“Your shoes are all wrong.”
“Excuse me?” David Shemesh asked as the man surveyed the long length of his body before his eyes rested on his non-descript brown dress shoes.
“Your shoes are wrong,” repeated Boris Gurevich, who after independence would change his last name to Gurviel. “They’ll know you are from
. An Arab shoeshine boy has nothing to do all
day but think about shoes. They can’t
read; they don’t go to the cinema. That
is what they do all day: pray, shine shoes and make little
David Shemesh stood in front of Boris Gurevich, the official was somewhat concealed behind his desk by a hedge of stuffed file folders. A column of white hair stood atop his head, like some primeval glacial poised to fall.
Behind him, the window shade was tightly closed. But even so, the
sun infiltrated the room through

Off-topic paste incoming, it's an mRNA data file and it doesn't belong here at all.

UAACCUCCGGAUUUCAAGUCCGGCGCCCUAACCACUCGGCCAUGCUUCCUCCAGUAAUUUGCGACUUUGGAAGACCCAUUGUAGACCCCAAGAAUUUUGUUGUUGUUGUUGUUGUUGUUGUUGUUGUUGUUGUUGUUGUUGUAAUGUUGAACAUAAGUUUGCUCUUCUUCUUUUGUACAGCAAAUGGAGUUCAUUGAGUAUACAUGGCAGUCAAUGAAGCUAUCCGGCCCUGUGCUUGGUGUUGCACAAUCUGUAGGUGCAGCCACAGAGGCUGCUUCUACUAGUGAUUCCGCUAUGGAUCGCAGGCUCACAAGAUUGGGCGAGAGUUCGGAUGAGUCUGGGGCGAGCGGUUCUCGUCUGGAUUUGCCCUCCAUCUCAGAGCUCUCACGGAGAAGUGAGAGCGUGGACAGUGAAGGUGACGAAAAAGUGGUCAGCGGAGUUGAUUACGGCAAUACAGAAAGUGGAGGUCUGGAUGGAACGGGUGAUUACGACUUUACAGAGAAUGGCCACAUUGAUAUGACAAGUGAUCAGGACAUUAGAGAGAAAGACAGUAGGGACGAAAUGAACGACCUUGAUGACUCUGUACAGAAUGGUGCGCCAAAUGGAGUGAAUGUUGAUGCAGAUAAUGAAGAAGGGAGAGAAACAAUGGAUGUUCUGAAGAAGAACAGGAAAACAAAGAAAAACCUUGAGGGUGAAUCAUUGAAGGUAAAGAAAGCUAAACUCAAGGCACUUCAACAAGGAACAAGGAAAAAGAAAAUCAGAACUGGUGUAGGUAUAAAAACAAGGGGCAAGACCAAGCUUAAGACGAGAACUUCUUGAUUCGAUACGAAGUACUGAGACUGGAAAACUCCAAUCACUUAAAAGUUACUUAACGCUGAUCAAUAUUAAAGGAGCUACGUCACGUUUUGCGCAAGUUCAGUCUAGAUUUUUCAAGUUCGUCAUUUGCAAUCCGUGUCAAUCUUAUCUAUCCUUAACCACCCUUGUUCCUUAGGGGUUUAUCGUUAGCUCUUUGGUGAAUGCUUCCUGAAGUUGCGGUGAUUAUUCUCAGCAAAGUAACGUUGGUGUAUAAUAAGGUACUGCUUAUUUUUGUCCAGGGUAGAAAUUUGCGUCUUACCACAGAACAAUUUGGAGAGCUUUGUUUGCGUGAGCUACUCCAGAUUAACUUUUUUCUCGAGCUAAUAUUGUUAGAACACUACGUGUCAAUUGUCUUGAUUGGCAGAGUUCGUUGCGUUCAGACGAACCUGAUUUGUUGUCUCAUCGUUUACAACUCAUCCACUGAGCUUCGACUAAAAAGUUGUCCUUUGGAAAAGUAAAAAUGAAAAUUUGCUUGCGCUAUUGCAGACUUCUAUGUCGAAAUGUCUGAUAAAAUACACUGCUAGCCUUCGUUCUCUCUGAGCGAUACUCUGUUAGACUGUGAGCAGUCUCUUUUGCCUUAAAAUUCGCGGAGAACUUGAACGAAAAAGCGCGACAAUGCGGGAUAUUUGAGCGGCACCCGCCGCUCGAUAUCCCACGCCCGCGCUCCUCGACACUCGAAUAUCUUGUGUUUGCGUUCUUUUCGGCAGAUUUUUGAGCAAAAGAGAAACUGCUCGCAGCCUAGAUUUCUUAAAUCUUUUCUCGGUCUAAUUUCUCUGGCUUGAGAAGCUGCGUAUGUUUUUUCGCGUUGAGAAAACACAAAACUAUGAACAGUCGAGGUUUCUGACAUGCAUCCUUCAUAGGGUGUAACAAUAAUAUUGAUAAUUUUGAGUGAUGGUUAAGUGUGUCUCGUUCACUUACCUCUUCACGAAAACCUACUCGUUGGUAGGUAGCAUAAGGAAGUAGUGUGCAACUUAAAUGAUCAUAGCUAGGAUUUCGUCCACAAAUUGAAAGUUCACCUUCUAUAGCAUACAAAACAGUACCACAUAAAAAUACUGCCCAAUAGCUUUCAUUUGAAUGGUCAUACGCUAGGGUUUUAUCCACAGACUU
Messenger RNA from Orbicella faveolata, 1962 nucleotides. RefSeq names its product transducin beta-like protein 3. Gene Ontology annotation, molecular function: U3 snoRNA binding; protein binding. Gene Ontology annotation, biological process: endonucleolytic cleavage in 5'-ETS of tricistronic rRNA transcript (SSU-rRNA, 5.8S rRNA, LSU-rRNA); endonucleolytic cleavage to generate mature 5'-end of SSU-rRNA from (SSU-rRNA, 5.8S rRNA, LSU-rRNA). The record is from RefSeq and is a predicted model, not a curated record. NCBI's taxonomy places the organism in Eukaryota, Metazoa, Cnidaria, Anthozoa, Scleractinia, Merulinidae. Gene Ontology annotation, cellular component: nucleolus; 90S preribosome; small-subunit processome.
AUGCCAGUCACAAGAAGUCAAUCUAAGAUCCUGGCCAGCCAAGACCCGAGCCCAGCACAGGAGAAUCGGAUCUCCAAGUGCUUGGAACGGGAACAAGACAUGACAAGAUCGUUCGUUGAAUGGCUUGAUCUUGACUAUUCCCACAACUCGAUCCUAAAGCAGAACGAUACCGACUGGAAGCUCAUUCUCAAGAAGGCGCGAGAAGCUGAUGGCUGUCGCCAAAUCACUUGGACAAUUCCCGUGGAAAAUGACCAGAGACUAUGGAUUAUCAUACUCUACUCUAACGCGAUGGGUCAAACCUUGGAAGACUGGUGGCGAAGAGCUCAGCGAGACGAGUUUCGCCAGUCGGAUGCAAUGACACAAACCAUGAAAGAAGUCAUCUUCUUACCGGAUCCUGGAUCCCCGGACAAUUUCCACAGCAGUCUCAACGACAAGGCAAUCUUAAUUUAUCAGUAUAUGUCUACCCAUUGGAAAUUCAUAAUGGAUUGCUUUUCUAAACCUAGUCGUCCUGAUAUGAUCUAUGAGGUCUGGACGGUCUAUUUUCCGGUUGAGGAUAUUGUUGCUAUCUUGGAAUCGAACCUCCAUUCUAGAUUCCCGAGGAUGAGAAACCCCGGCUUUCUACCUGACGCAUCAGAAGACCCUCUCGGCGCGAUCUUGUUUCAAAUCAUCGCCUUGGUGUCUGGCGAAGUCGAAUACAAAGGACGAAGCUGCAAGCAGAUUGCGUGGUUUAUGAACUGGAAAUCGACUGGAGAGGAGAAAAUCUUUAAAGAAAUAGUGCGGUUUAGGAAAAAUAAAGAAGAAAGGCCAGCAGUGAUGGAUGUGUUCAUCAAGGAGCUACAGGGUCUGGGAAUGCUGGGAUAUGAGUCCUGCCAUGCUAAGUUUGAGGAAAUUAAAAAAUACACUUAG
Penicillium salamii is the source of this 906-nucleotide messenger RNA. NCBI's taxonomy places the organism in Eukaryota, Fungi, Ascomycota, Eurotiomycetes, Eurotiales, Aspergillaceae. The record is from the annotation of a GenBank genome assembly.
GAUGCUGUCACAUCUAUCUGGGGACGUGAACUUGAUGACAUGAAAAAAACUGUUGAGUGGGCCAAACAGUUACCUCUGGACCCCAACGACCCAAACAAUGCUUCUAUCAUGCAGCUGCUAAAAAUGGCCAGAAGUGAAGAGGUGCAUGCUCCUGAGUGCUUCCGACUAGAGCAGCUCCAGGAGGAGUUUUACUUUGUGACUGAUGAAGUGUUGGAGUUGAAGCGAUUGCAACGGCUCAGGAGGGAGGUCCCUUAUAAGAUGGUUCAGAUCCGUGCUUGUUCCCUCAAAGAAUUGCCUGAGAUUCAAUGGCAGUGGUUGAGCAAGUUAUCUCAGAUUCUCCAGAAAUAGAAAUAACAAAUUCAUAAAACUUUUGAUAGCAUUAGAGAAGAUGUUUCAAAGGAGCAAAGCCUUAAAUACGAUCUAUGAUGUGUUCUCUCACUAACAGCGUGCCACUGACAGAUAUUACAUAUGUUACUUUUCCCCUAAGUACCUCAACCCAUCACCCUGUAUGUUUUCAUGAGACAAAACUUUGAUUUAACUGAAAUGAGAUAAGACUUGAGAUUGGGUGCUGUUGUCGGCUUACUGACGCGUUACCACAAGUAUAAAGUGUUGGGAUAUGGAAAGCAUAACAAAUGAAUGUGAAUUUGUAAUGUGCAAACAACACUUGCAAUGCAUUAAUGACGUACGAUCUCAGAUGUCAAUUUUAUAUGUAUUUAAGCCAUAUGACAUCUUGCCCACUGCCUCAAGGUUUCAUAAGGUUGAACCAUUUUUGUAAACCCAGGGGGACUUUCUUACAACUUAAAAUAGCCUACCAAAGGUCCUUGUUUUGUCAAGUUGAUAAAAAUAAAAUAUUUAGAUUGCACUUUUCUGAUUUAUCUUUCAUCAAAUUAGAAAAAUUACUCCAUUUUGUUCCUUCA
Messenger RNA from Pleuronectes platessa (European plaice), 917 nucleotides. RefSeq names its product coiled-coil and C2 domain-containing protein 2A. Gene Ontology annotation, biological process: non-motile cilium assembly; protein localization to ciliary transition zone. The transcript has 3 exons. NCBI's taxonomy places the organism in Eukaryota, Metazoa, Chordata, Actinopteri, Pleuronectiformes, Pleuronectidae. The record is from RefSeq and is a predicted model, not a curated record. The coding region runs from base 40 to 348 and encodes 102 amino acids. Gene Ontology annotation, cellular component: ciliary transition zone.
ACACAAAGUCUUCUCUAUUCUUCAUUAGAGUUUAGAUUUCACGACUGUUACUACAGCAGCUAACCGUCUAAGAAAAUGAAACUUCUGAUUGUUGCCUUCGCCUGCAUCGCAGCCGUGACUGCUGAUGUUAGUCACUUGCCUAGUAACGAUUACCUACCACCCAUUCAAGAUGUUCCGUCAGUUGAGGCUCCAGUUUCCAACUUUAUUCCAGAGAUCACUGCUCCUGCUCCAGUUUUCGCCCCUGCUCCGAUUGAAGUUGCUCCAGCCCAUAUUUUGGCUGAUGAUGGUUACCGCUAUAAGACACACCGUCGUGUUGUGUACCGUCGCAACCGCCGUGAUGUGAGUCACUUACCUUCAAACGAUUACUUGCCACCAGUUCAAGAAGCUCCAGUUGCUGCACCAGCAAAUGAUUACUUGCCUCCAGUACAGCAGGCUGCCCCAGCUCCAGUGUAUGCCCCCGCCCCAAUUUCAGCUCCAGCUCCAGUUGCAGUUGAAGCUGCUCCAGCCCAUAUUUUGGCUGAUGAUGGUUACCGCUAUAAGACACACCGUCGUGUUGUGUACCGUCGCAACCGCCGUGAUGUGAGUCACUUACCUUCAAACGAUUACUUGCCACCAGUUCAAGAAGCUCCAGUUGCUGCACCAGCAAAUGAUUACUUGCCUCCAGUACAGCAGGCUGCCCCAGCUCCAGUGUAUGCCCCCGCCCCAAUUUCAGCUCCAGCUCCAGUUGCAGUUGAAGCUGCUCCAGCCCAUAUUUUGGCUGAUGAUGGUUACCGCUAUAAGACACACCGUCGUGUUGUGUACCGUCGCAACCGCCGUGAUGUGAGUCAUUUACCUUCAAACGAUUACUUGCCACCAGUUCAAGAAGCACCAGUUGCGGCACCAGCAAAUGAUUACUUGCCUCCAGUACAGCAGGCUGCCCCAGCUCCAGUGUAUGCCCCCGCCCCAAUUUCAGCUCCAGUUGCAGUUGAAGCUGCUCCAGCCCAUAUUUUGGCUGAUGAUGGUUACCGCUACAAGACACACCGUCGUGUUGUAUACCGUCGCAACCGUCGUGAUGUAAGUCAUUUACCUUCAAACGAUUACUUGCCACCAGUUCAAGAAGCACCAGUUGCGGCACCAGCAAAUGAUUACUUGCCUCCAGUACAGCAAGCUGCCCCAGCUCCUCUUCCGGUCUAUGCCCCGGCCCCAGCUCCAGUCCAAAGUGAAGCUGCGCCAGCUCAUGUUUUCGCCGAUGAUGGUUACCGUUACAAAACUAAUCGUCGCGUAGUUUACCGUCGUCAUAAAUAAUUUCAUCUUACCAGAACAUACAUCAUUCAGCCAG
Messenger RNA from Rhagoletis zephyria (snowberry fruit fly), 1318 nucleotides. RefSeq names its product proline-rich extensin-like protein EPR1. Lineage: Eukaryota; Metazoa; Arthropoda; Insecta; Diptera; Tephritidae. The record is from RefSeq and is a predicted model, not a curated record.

minute pin pricks in the cotton fabric illuminating a galaxy of floating
dust. A tram rattled below in the
street. In the far distance a siren from
a British patrol wailed. In the face of
Gurevich’s disapproval, Shemesh felt he was standing in front of his father. Jerusalem
“I know you are from
I’ve read your file carefully.
Otherwise, we would not be asking you to do this. Fluent in Arabic, you went to a
Muslim secondary school…” Iraq
“A secular Arabic school,” Shemesh interrupted, but Gurevich continued, the point moot.
“You can pass as a Muslim in a crowd or at a dinner table; this is not in doubt,” he said gravely as he looked at Shemesh through narrow eyes. “But I have found, in this business, that it isn’t the big things that snag you. No, it is the little things that fuck you up: the shoes made in
the Hebrew word which slips out in the wrong crowd. The bit of knowledge that you shouldn’t have
about a street corner in Tel Aviv, or a garden in Jerusalem, which you reveal,
and snags you. The little things
we don’t account for fuck us up.” Palestine